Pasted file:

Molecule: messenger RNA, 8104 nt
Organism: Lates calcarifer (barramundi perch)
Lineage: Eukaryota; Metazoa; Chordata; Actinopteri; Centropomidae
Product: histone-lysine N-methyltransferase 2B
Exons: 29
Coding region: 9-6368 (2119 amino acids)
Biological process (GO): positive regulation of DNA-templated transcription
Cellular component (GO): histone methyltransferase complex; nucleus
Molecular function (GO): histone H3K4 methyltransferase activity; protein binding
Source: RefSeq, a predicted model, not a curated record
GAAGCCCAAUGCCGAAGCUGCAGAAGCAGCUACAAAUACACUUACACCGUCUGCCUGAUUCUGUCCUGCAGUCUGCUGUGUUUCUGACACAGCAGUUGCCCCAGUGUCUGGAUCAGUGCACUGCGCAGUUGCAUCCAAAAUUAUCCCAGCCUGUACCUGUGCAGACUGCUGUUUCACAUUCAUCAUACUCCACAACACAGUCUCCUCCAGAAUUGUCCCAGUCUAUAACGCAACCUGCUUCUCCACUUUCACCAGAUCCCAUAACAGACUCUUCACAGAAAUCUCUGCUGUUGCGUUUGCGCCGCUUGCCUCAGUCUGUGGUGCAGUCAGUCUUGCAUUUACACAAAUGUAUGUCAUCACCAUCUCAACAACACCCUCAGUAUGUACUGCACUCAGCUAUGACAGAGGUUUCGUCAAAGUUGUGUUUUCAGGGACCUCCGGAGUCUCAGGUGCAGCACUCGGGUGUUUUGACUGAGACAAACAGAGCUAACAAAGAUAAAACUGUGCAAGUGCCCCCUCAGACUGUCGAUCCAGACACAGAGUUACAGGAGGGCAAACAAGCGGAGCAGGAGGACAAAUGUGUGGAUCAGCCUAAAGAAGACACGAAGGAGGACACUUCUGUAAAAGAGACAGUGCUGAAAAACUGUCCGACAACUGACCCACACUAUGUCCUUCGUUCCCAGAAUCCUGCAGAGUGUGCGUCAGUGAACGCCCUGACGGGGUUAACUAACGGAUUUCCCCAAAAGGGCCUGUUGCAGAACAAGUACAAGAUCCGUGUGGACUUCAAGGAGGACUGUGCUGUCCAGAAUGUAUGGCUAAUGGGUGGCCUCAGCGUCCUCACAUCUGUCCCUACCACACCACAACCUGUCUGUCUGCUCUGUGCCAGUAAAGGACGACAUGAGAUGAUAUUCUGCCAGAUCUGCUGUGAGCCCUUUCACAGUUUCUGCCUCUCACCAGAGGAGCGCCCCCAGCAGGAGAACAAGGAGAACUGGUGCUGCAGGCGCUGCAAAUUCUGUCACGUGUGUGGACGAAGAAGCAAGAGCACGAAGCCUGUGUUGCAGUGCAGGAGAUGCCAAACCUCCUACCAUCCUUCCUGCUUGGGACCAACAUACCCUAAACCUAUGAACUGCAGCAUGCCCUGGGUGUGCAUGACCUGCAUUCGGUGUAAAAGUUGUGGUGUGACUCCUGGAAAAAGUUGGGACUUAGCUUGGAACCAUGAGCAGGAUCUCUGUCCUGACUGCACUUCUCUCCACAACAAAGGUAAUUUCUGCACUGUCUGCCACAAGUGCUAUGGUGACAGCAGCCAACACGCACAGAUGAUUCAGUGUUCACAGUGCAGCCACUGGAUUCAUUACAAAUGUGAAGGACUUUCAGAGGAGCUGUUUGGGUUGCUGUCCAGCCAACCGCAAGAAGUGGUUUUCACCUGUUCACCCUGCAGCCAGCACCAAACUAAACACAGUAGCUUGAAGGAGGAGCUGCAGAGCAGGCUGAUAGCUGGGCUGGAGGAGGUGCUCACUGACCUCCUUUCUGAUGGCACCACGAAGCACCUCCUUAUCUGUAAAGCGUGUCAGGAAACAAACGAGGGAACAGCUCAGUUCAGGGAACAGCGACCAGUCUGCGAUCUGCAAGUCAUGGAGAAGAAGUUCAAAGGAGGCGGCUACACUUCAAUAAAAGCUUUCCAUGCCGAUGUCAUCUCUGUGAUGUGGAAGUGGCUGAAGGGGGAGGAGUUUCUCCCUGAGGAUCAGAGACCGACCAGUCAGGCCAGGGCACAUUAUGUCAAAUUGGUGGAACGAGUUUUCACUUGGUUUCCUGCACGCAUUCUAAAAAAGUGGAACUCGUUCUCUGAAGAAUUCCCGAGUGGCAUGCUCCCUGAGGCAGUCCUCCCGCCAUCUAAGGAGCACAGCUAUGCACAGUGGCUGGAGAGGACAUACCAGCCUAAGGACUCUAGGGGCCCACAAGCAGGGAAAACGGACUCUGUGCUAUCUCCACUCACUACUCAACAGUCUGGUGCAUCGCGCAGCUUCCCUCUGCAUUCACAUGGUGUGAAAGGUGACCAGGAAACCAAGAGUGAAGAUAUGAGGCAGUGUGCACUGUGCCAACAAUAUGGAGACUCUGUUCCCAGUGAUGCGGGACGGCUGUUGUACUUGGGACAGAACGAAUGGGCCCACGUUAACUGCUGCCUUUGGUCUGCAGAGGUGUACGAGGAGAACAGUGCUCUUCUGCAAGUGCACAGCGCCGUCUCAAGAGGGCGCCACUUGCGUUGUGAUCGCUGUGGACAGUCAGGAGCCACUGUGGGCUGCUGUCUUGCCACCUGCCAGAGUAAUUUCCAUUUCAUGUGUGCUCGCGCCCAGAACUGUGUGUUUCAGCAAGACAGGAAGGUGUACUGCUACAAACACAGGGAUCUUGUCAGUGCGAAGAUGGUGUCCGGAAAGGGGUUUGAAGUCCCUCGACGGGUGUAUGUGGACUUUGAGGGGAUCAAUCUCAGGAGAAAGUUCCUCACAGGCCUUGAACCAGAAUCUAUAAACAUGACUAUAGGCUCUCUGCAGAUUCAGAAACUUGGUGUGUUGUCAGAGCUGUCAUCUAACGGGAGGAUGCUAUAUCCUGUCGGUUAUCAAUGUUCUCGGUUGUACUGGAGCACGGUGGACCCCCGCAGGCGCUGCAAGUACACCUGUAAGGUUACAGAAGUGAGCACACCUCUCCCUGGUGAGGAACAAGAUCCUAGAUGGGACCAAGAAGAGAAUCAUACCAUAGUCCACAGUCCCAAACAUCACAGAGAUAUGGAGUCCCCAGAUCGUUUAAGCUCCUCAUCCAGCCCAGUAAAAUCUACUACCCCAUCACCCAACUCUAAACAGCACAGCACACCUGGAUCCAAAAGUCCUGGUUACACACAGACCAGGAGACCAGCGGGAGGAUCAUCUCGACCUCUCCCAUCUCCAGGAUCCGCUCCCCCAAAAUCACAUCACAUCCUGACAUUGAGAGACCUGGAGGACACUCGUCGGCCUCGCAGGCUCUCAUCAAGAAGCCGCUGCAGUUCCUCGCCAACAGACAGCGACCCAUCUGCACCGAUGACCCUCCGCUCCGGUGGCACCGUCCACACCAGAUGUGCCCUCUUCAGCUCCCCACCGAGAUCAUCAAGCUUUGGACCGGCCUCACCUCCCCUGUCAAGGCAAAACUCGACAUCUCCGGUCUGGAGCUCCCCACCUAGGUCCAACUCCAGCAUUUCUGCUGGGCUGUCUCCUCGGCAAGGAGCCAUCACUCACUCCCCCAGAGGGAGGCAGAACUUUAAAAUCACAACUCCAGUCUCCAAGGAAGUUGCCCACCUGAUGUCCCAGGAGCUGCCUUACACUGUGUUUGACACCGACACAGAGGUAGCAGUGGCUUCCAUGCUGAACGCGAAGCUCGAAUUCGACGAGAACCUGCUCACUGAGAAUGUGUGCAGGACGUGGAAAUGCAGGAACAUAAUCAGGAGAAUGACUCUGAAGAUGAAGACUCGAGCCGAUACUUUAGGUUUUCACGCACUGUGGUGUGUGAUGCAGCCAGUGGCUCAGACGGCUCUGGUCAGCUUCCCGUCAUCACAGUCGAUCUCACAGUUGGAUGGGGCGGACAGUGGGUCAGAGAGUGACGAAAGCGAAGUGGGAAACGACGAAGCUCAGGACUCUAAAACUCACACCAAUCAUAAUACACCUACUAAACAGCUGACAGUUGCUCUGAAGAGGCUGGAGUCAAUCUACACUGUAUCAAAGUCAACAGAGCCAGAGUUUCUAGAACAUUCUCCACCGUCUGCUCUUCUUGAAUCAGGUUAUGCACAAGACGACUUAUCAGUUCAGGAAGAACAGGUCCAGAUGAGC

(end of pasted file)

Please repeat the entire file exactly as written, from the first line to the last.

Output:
Molecule: messenger RNA, 8104 nt
Organism: Lates calcarifer (barramundi perch)
Lineage: Eukaryota; Metazoa; Chordata; Actinopteri; Centropomidae
Product: histone-lysine N-methyltransferase 2B
Exons: 29
Coding region: 9-6368 (2119 amino acids)
Biological process (GO): positive regulation of DNA-templated transcription
Cellular component (GO): histone methyltransferase complex; nucleus
Molecular function (GO): histone H3K4 methyltransferase activity; protein binding
Source: RefSeq, a predicted model, not a curated record
GAAGCCCAAUGCCGAAGCUGCAGAAGCAGCUACAAAUACACUUACACCGUCUGCCUGAUUCUGUCCUGCAGUCUGCUGUGUUUCUGACACAGCAGUUGCCCCAGUGUCUGGAUCAGUGCACUGCGCAGUUGCAUCCAAAAUUAUCCCAGCCUGUACCUGUGCAGACUGCUGUUUCACAUUCAUCAUACUCCACAACACAGUCUCCUCCAGAAUUGUCCCAGUCUAUAACGCAACCUGCUUCUCCACUUUCACCAGAUCCCAUAACAGACUCUUCACAGAAAUCUCUGCUGUUGCGUUUGCGCCGCUUGCCUCAGUCUGUGGUGCAGUCAGUCUUGCAUUUACACAAAUGUAUGUCAUCACCAUCUCAACAACACCCUCAGUAUGUACUGCACUCAGCUAUGACAGAGGUUUCGUCAAAGUUGUGUUUUCAGGGACCUCCGGAGUCUCAGGUGCAGCACUCGGGUGUUUUGACUGAGACAAACAGAGCUAACAAAGAUAAAACUGUGCAAGUGCCCCCUCAGACUGUCGAUCCAGACACAGAGUUACAGGAGGGCAAACAAGCGGAGCAGGAGGACAAAUGUGUGGAUCAGCCUAAAGAAGACACGAAGGAGGACACUUCUGUAAAAGAGACAGUGCUGAAAAACUGUCCGACAACUGACCCACACUAUGUCCUUCGUUCCCAGAAUCCUGCAGAGUGUGCGUCAGUGAACGCCCUGACGGGGUUAACUAACGGAUUUCCCCAAAAGGGCCUGUUGCAGAACAAGUACAAGAUCCGUGUGGACUUCAAGGAGGACUGUGCUGUCCAGAAUGUAUGGCUAAUGGGUGGCCUCAGCGUCCUCACAUCUGUCCCUACCACACCACAACCUGUCUGUCUGCUCUGUGCCAGUAAAGGACGACAUGAGAUGAUAUUCUGCCAGAUCUGCUGUGAGCCCUUUCACAGUUUCUGCCUCUCACCAGAGGAGCGCCCCCAGCAGGAGAACAAGGAGAACUGGUGCUGCAGGCGCUGCAAAUUCUGUCACGUGUGUGGACGAAGAAGCAAGAGCACGAAGCCUGUGUUGCAGUGCAGGAGAUGCCAAACCUCCUACCAUCCUUCCUGCUUGGGACCAACAUACCCUAAACCUAUGAACUGCAGCAUGCCCUGGGUGUGCAUGACCUGCAUUCGGUGUAAAAGUUGUGGUGUGACUCCUGGAAAAAGUUGGGACUUAGCUUGGAACCAUGAGCAGGAUCUCUGUCCUGACUGCACUUCUCUCCACAACAAAGGUAAUUUCUGCACUGUCUGCCACAAGUGCUAUGGUGACAGCAGCCAACACGCACAGAUGAUUCAGUGUUCACAGUGCAGCCACUGGAUUCAUUACAAAUGUGAAGGACUUUCAGAGGAGCUGUUUGGGUUGCUGUCCAGCCAACCGCAAGAAGUGGUUUUCACCUGUUCACCCUGCAGCCAGCACCAAACUAAACACAGUAGCUUGAAGGAGGAGCUGCAGAGCAGGCUGAUAGCUGGGCUGGAGGAGGUGCUCACUGACCUCCUUUCUGAUGGCACCACGAAGCACCUCCUUAUCUGUAAAGCGUGUCAGGAAACAAACGAGGGAACAGCUCAGUUCAGGGAACAGCGACCAGUCUGCGAUCUGCAAGUCAUGGAGAAGAAGUUCAAAGGAGGCGGCUACACUUCAAUAAAAGCUUUCCAUGCCGAUGUCAUCUCUGUGAUGUGGAAGUGGCUGAAGGGGGAGGAGUUUCUCCCUGAGGAUCAGAGACCGACCAGUCAGGCCAGGGCACAUUAUGUCAAAUUGGUGGAACGAGUUUUCACUUGGUUUCCUGCACGCAUUCUAAAAAAGUGGAACUCGUUCUCUGAAGAAUUCCCGAGUGGCAUGCUCCCUGAGGCAGUCCUCCCGCCAUCUAAGGAGCACAGCUAUGCACAGUGGCUGGAGAGGACAUACCAGCCUAAGGACUCUAGGGGCCCACAAGCAGGGAAAACGGACUCUGUGCUAUCUCCACUCACUACUCAACAGUCUGGUGCAUCGCGCAGCUUCCCUCUGCAUUCACAUGGUGUGAAAGGUGACCAGGAAACCAAGAGUGAAGAUAUGAGGCAGUGUGCACUGUGCCAACAAUAUGGAGACUCUGUUCCCAGUGAUGCGGGACGGCUGUUGUACUUGGGACAGAACGAAUGGGCCCACGUUAACUGCUGCCUUUGGUCUGCAGAGGUGUACGAGGAGAACAGUGCUCUUCUGCAAGUGCACAGCGCCGUCUCAAGAGGGCGCCACUUGCGUUGUGAUCGCUGUGGACAGUCAGGAGCCACUGUGGGCUGCUGUCUUGCCACCUGCCAGAGUAAUUUCCAUUUCAUGUGUGCUCGCGCCCAGAACUGUGUGUUUCAGCAAGACAGGAAGGUGUACUGCUACAAACACAGGGAUCUUGUCAGUGCGAAGAUGGUGUCCGGAAAGGGGUUUGAAGUCCCUCGACGGGUGUAUGUGGACUUUGAGGGGAUCAAUCUCAGGAGAAAGUUCCUCACAGGCCUUGAACCAGAAUCUAUAAACAUGACUAUAGGCUCUCUGCAGAUUCAGAAACUUGGUGUGUUGUCAGAGCUGUCAUCUAACGGGAGGAUGCUAUAUCCUGUCGGUUAUCAAUGUUCUCGGUUGUACUGGAGCACGGUGGACCCCCGCAGGCGCUGCAAGUACACCUGUAAGGUUACAGAAGUGAGCACACCUCUCCCUGGUGAGGAACAAGAUCCUAGAUGGGACCAAGAAGAGAAUCAUACCAUAGUCCACAGUCCCAAACAUCACAGAGAUAUGGAGUCCCCAGAUCGUUUAAGCUCCUCAUCCAGCCCAGUAAAAUCUACUACCCCAUCACCCAACUCUAAACAGCACAGCACACCUGGAUCCAAAAGUCCUGGUUACACACAGACCAGGAGACCAGCGGGAGGAUCAUCUCGACCUCUCCCAUCUCCAGGAUCCGCUCCCCCAAAAUCACAUCACAUCCUGACAUUGAGAGACCUGGAGGACACUCGUCGGCCUCGCAGGCUCUCAUCAAGAAGCCGCUGCAGUUCCUCGCCAACAGACAGCGACCCAUCUGCACCGAUGACCCUCCGCUCCGGUGGCACCGUCCACACCAGAUGUGCCCUCUUCAGCUCCCCACCGAGAUCAUCAAGCUUUGGACCGGCCUCACCUCCCCUGUCAAGGCAAAACUCGACAUCUCCGGUCUGGAGCUCCCCACCUAGGUCCAACUCCAGCAUUUCUGCUGGGCUGUCUCCUCGGCAAGGAGCCAUCACUCACUCCCCCAGAGGGAGGCAGAACUUUAAAAUCACAACUCCAGUCUCCAAGGAAGUUGCCCACCUGAUGUCCCAGGAGCUGCCUUACACUGUGUUUGACACCGACACAGAGGUAGCAGUGGCUUCCAUGCUGAACGCGAAGCUCGAAUUCGACGAGAACCUGCUCACUGAGAAUGUGUGCAGGACGUGGAAAUGCAGGAACAUAAUCAGGAGAAUGACUCUGAAGAUGAAGACUCGAGCCGAUACUUUAGGUUUUCACGCACUGUGGUGUGUGAUGCAGCCAGUGGCUCAGACGGCUCUGGUCAGCUUCCCGUCAUCACAGUCGAUCUCACAGUUGGAUGGGGCGGACAGUGGGUCAGAGAGUGACGAAAGCGAAGUGGGAAACGACGAAGCUCAGGACUCUAAAACUCACACCAAUCAUAAUACACCUACUAAACAGCUGACAGUUGCUCUGAAGAGGCUGGAGUCAAUCUACACUGUAUCAAAGUCAACAGAGCCAGAGUUUCUAGAACAUUCUCCACCGUCUGCUCUUCUUGAAUCAGGUUAUGCACAAGACGACUUAUCAGUUCAGGAAGAACAGGUCCAGAUGAGC